I should finish Lizzie’s socks today.
I’ve just been reading the instructions for Judy’s magic cast-on. Sounds exciting. (When I typed the word “Judy’s” into Google just now, they suggested, as ever, a list of possible ways I might want to finish the phrase – and “Judy’s Magic Cast-On” was top of the list.) The plan is to knit a pair of Candace’ socks, toe-up which will be a first for me, but to use Judy’s instead of the Channel Island Cast-On Candace recommends.
That’s the plan, anyway.
My sister has been worried by all this talk of plyed and unplyed. She rang up yesterday to suggest that I use a plyed Crazy Zauberball for her socks, instead of the cranberry-coloured non-Crazy, as a bit of insurance if hardwearingness is going to be an issue. A good idea.
She also said that they have lots of “volunteer” potatoes already. Those are the ones you missed when you were digging in the fall. They survive the harshest winters and put in an unwelcome appearance in the spring. I can be sure that I will have lots, too, but not for weeks and weeks yet. Clearly the
climate has shot ahead towards
steamy summer. Connecticut
But what she didn’t seem to have, is moles. (Voles, yes.) We didn’t have them in our largish suburban gardens in Leicester and
earlier in life, but we live cheek-by-jowl with them in Strathardle. I have
never seen one. They were being particularly active and insolent last week – no
sooner had we raked a molehill down and picked the stones out of it, thinking
of the lawnmower to come, than they threw up another one. Birmingham
They have never actually disturbed my vegetables, though. Perhaps the soil there is too soft to make a safe roof for their tunnels.
Mr ChemDry persuaded me that the ceiling must come down. He’ll look at the “deafening” when that has happened.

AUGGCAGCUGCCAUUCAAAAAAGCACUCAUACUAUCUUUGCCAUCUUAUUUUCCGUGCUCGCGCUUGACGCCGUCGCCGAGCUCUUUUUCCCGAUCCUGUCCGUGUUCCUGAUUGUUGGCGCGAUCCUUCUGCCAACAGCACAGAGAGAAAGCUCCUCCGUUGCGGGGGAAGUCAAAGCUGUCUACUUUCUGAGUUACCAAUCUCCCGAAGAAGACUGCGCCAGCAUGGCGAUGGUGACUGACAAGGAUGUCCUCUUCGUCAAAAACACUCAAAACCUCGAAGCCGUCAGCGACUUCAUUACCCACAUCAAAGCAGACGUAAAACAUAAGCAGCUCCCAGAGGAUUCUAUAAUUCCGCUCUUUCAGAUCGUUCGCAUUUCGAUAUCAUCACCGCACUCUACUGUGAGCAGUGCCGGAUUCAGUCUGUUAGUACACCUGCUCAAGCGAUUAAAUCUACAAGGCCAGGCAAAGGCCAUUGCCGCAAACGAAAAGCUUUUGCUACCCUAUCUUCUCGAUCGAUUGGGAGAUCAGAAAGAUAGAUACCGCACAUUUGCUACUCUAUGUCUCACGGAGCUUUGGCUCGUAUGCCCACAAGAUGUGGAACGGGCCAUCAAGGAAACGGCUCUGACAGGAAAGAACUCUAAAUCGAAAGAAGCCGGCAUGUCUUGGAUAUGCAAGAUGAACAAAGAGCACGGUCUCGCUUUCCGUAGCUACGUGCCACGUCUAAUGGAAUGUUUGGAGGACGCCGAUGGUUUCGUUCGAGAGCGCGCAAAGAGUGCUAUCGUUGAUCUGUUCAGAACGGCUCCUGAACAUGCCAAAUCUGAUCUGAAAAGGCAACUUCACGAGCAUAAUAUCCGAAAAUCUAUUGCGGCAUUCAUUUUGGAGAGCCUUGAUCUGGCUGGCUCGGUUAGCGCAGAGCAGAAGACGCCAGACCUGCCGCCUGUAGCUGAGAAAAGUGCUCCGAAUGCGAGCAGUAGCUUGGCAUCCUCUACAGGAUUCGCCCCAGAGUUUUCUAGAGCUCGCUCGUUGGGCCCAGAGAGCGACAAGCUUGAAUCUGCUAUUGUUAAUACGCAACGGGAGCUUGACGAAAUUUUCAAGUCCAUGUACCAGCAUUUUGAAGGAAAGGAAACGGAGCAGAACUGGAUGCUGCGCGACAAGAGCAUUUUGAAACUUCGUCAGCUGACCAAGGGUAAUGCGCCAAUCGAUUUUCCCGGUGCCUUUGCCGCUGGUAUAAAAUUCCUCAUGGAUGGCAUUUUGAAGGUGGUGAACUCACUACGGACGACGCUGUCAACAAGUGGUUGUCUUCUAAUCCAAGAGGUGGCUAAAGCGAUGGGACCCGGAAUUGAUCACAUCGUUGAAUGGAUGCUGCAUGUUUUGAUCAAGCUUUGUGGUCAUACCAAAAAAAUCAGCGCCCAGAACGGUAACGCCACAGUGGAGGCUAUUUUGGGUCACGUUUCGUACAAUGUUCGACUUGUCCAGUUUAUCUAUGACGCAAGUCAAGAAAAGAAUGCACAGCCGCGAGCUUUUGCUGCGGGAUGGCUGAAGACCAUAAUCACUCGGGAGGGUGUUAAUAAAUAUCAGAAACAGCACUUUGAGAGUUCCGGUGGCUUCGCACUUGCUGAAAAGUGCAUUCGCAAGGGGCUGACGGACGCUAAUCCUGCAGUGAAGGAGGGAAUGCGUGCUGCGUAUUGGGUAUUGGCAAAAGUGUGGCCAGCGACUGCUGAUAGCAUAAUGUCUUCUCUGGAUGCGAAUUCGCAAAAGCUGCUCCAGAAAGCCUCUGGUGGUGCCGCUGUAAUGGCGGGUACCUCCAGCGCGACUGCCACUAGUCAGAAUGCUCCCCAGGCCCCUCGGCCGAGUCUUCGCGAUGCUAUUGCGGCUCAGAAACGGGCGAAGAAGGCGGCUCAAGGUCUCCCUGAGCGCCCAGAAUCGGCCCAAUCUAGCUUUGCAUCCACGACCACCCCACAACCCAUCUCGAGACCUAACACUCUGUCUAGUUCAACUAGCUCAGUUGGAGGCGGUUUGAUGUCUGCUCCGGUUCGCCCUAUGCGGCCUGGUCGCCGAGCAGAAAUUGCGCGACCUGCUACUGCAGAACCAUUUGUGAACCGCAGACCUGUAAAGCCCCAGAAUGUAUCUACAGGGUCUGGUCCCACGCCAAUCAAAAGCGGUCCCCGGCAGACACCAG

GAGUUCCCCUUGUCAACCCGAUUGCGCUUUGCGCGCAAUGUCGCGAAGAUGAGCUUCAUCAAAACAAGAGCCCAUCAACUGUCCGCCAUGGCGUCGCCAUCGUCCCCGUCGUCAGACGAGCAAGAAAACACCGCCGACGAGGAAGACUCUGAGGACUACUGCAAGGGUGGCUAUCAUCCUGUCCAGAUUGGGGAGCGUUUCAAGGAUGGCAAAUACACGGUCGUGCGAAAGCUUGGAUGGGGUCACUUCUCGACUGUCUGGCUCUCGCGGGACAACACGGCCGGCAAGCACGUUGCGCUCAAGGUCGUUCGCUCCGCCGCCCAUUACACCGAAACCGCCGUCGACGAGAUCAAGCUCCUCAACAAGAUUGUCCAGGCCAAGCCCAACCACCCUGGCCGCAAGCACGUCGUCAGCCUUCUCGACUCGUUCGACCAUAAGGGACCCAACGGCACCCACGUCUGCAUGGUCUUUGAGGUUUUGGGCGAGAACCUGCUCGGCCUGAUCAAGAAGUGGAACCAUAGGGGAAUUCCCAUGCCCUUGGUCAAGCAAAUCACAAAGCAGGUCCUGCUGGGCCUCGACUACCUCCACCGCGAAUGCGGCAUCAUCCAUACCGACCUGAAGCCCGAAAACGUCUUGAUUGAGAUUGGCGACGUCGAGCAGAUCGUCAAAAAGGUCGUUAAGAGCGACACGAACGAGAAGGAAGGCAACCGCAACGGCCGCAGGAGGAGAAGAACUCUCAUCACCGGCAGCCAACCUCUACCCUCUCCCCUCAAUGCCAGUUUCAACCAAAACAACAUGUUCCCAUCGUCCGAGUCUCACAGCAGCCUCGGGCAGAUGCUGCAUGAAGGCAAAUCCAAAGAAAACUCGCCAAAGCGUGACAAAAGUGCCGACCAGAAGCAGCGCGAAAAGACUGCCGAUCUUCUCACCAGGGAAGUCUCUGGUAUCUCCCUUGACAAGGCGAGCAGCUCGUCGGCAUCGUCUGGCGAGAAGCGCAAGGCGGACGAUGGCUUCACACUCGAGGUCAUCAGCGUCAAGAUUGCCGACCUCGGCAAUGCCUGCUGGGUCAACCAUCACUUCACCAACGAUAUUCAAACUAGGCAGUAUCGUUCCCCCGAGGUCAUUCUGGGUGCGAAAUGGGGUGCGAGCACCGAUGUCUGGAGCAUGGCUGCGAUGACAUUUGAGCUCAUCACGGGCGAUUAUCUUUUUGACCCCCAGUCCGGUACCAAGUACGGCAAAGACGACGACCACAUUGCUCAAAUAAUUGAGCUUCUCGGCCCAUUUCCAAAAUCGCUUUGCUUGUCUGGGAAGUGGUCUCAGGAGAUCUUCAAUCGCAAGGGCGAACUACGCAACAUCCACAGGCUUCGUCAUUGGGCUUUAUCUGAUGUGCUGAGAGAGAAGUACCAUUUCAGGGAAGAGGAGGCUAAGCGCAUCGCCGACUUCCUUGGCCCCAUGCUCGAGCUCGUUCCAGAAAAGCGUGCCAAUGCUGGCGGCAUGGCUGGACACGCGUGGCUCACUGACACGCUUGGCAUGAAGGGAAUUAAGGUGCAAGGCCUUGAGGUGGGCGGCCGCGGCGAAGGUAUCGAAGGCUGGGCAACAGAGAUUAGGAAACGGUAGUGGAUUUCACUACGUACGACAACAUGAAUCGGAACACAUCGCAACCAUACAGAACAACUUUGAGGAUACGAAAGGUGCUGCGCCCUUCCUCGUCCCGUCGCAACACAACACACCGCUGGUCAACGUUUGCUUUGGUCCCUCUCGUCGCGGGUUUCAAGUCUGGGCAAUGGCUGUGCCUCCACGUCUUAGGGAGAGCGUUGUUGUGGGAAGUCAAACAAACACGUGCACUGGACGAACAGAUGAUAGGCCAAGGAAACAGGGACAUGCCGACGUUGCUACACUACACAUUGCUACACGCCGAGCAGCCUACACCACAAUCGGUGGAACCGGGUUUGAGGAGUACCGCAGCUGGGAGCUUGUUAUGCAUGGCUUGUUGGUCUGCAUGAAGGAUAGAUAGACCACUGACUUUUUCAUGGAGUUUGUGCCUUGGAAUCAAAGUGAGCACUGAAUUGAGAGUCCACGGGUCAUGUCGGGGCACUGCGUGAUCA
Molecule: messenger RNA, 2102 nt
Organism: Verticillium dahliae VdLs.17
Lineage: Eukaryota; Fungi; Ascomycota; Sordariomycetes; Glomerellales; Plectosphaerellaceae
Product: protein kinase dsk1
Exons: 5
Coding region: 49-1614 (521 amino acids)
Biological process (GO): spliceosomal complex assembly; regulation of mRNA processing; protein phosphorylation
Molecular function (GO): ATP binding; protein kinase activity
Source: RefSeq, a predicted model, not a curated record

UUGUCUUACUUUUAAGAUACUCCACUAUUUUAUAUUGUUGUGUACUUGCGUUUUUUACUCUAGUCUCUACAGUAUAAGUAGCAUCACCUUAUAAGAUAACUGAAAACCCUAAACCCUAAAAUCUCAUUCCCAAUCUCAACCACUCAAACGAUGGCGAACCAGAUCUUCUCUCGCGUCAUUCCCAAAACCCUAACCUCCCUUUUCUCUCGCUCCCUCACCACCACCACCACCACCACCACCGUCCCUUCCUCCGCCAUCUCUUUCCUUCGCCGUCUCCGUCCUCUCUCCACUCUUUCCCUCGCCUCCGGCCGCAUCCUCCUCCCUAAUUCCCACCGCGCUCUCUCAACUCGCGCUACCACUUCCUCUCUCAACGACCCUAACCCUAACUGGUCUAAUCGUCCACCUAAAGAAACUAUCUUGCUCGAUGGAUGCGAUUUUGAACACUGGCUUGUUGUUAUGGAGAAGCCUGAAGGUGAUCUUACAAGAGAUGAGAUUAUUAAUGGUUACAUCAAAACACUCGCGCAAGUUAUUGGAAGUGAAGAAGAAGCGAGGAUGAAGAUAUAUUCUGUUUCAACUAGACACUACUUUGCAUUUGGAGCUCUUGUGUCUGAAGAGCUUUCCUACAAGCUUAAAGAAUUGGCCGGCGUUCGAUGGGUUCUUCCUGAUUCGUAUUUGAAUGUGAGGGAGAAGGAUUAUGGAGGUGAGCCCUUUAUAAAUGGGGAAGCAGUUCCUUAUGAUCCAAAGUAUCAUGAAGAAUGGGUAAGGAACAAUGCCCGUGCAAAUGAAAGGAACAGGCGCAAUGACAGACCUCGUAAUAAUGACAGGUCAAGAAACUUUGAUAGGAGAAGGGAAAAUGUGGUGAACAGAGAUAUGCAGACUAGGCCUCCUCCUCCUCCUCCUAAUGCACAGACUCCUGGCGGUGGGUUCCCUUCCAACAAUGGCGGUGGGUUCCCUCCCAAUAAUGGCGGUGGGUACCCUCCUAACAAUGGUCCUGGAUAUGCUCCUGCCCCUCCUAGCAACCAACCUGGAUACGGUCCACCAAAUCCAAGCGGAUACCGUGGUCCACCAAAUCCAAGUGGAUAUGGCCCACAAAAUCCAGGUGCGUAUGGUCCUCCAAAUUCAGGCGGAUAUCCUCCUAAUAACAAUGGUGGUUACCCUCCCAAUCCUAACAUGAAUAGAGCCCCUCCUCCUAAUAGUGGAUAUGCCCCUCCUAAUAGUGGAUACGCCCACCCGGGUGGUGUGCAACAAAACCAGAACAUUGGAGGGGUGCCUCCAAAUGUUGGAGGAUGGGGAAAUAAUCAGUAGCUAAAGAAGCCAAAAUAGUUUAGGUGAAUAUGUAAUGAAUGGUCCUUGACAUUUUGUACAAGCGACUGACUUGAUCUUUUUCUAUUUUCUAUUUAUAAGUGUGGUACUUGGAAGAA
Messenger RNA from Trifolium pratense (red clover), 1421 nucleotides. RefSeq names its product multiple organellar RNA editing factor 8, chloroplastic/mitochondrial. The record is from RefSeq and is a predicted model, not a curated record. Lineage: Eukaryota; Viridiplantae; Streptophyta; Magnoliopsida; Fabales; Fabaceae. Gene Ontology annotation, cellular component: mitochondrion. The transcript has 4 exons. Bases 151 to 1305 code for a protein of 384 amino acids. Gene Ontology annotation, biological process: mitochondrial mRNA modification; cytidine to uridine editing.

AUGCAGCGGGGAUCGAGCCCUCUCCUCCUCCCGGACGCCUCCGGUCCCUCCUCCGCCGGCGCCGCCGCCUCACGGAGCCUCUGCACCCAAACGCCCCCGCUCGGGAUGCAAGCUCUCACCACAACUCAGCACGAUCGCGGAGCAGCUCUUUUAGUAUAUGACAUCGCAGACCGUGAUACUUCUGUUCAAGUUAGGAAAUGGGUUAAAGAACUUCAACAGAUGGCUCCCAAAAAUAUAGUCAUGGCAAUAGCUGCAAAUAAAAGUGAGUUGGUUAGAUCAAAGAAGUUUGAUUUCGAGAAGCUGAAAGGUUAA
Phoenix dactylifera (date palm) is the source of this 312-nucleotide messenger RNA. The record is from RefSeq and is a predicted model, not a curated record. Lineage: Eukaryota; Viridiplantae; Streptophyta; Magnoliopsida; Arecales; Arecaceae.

What the Upstairs insurance broker actually said was that his buildings insurance won’t pay for our losses, but his contents insurance might. This sounded like a runaround to me, but our solicitor thought it might work. I have applied to Upstairs for details of his contents insurance, in the form of the name of another broker, I hope. They are easier to deal with than actual insurance companies.
The solicitor also said that if we go for the jugular as you suggest, Jean, we would need to sue not Upstairs himself, but the foolish old woman who left the tap running and the plug hole blocked. I was horrified at the thought, but it might be just as well. He might pay up all the faster if it was to spare his granny distress.
I am miserable about the whole idea, and would rather hide under the bed. It occurred to me that if we had proper contents insurance, we would have paid out far more in premiums in the years since we moved to Edinburgh, than the low four-figure sum we are now out-of-pocket. My husband would be unimpressed by that argument, and I won’t advance it to him. It was a horrible day, leading to a pretty horrible spring. He wants vengeance, or at least reimbursement.
(Jean, tell us the end of the hedgehog story. Has she come back to you?)